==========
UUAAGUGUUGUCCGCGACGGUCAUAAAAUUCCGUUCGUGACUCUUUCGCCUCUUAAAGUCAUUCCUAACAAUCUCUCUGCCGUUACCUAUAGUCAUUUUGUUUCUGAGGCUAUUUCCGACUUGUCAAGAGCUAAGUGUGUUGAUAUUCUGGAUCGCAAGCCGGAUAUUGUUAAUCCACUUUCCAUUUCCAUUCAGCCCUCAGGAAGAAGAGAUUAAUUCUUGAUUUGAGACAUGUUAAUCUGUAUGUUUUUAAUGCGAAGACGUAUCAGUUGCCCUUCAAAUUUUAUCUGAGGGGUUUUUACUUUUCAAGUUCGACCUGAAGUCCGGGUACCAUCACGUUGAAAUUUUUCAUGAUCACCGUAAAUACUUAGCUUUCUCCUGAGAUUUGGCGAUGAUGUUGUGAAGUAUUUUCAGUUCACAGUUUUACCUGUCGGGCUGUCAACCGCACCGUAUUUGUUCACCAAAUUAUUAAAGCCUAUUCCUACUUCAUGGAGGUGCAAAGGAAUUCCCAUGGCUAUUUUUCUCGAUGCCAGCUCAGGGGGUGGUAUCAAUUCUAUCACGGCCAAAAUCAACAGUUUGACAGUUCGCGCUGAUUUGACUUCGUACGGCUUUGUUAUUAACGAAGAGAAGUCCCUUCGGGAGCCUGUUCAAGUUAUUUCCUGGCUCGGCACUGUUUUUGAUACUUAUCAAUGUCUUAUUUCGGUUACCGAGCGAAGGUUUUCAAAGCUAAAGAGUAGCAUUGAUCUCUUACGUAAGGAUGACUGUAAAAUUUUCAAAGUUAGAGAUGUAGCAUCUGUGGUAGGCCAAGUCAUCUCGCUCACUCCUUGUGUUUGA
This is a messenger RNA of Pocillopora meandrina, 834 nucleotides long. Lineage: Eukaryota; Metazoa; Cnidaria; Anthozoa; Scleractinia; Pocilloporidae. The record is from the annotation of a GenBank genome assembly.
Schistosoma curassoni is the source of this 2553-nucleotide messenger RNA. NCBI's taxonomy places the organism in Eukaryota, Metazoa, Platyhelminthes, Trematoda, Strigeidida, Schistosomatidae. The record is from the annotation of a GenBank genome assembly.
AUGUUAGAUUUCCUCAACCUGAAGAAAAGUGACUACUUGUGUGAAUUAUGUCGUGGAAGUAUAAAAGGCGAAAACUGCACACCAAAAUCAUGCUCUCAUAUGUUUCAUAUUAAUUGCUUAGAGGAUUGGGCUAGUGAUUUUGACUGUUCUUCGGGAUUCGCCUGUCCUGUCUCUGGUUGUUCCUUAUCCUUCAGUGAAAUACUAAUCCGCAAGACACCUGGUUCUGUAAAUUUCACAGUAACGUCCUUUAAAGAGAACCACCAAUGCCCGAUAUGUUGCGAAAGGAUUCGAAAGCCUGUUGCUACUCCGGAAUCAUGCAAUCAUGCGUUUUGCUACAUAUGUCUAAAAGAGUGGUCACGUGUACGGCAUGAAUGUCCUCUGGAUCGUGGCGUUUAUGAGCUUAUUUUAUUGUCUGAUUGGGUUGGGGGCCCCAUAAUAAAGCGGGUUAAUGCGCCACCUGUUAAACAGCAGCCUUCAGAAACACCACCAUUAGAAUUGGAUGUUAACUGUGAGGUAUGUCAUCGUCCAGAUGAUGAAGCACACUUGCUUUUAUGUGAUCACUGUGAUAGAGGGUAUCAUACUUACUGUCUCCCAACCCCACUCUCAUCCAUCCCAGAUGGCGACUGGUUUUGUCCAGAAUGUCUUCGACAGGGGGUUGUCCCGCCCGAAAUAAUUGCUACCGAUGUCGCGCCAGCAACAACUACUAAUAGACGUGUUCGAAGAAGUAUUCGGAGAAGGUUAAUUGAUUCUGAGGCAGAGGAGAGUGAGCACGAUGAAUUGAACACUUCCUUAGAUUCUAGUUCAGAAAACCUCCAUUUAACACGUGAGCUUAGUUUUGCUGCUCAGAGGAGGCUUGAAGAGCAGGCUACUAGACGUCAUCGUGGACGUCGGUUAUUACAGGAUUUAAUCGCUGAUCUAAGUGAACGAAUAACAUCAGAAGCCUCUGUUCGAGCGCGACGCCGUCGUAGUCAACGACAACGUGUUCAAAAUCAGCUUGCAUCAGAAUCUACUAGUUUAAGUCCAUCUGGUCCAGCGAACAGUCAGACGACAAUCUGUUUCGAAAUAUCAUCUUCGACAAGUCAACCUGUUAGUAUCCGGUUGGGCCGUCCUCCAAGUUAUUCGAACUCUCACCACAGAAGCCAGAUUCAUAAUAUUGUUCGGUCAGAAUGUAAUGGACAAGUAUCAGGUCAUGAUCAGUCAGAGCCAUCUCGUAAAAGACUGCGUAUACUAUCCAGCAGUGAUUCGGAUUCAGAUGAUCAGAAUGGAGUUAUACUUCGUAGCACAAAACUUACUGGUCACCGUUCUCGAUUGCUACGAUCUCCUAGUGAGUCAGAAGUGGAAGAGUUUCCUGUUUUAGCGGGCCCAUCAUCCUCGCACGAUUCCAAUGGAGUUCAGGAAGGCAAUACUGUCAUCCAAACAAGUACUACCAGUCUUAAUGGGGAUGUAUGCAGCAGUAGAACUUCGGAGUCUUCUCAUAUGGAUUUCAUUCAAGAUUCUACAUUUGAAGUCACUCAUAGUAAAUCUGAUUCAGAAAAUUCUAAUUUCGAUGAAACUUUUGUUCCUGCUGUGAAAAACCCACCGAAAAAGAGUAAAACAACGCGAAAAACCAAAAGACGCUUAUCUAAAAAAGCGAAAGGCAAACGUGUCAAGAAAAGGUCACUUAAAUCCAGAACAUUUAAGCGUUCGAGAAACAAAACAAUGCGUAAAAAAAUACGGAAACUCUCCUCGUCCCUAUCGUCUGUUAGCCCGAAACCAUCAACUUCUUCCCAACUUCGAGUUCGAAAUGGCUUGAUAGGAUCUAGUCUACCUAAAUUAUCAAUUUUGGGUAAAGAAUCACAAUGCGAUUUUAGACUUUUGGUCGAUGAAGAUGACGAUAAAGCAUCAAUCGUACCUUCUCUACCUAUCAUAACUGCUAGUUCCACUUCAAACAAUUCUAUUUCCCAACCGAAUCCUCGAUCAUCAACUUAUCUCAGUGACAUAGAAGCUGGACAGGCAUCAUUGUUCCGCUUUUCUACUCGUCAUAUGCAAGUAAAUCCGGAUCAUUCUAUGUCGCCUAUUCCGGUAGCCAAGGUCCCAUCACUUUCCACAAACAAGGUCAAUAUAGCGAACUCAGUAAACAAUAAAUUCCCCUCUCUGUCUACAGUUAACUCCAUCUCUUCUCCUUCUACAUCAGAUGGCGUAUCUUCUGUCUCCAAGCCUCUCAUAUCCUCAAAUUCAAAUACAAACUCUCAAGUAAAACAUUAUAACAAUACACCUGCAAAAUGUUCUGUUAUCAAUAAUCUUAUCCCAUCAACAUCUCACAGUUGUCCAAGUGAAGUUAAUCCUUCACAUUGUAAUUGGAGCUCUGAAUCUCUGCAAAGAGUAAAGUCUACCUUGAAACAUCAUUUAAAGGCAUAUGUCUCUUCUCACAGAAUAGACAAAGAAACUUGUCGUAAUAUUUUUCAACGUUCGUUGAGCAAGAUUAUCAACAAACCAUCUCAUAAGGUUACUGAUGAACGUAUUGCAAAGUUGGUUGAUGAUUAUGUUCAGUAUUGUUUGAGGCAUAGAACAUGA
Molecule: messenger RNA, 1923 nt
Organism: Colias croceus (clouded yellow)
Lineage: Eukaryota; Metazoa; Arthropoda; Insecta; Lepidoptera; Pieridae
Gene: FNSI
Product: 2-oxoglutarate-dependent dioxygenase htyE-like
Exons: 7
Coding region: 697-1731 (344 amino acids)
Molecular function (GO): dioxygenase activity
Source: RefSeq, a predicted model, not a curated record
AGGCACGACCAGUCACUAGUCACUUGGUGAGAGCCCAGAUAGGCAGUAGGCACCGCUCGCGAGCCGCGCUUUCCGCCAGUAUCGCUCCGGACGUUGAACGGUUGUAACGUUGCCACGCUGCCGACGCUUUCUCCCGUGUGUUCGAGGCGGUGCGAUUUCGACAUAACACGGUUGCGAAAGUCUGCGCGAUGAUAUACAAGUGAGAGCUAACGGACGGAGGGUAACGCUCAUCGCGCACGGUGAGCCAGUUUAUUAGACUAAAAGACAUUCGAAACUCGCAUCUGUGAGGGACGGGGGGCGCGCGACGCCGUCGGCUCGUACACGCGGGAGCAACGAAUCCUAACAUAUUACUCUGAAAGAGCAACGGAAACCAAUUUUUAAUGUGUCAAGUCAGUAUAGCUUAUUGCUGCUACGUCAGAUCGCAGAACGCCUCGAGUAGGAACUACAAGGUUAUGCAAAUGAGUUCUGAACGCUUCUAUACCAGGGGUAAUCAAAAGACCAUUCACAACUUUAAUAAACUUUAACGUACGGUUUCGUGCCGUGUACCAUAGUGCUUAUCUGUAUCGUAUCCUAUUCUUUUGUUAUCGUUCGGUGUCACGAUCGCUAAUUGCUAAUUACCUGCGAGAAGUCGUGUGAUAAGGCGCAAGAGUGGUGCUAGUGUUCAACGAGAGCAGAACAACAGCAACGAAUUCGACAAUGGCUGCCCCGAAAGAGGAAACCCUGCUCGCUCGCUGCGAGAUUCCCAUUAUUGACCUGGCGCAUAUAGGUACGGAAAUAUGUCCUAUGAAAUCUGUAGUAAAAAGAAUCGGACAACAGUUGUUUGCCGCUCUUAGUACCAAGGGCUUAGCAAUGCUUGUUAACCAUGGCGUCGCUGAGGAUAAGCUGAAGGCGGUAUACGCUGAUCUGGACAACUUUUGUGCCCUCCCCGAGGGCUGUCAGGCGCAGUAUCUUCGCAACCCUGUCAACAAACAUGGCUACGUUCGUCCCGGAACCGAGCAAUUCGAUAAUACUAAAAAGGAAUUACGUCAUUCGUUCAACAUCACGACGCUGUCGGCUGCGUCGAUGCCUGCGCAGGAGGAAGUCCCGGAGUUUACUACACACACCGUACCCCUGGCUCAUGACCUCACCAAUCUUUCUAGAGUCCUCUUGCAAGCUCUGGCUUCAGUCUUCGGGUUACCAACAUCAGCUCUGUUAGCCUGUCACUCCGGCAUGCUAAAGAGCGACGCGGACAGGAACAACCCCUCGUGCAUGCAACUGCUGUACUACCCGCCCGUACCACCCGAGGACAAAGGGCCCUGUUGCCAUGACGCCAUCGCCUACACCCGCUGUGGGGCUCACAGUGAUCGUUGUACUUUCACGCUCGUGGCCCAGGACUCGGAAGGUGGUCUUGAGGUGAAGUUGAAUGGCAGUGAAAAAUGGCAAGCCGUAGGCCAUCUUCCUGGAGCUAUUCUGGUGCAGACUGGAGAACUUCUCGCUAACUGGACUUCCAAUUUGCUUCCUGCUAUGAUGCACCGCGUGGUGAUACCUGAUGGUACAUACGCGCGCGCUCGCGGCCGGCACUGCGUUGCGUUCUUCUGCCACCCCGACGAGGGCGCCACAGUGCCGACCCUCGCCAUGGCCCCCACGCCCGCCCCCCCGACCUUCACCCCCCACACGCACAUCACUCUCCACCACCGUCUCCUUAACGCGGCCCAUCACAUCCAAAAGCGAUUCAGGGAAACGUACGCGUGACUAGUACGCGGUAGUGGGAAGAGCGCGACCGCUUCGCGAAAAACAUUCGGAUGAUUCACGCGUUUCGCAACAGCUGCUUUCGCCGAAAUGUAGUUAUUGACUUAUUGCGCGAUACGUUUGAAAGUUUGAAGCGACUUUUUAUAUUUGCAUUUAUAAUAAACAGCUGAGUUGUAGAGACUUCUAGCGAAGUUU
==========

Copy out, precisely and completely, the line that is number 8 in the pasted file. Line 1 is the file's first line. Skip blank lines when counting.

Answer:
Gene: FNSI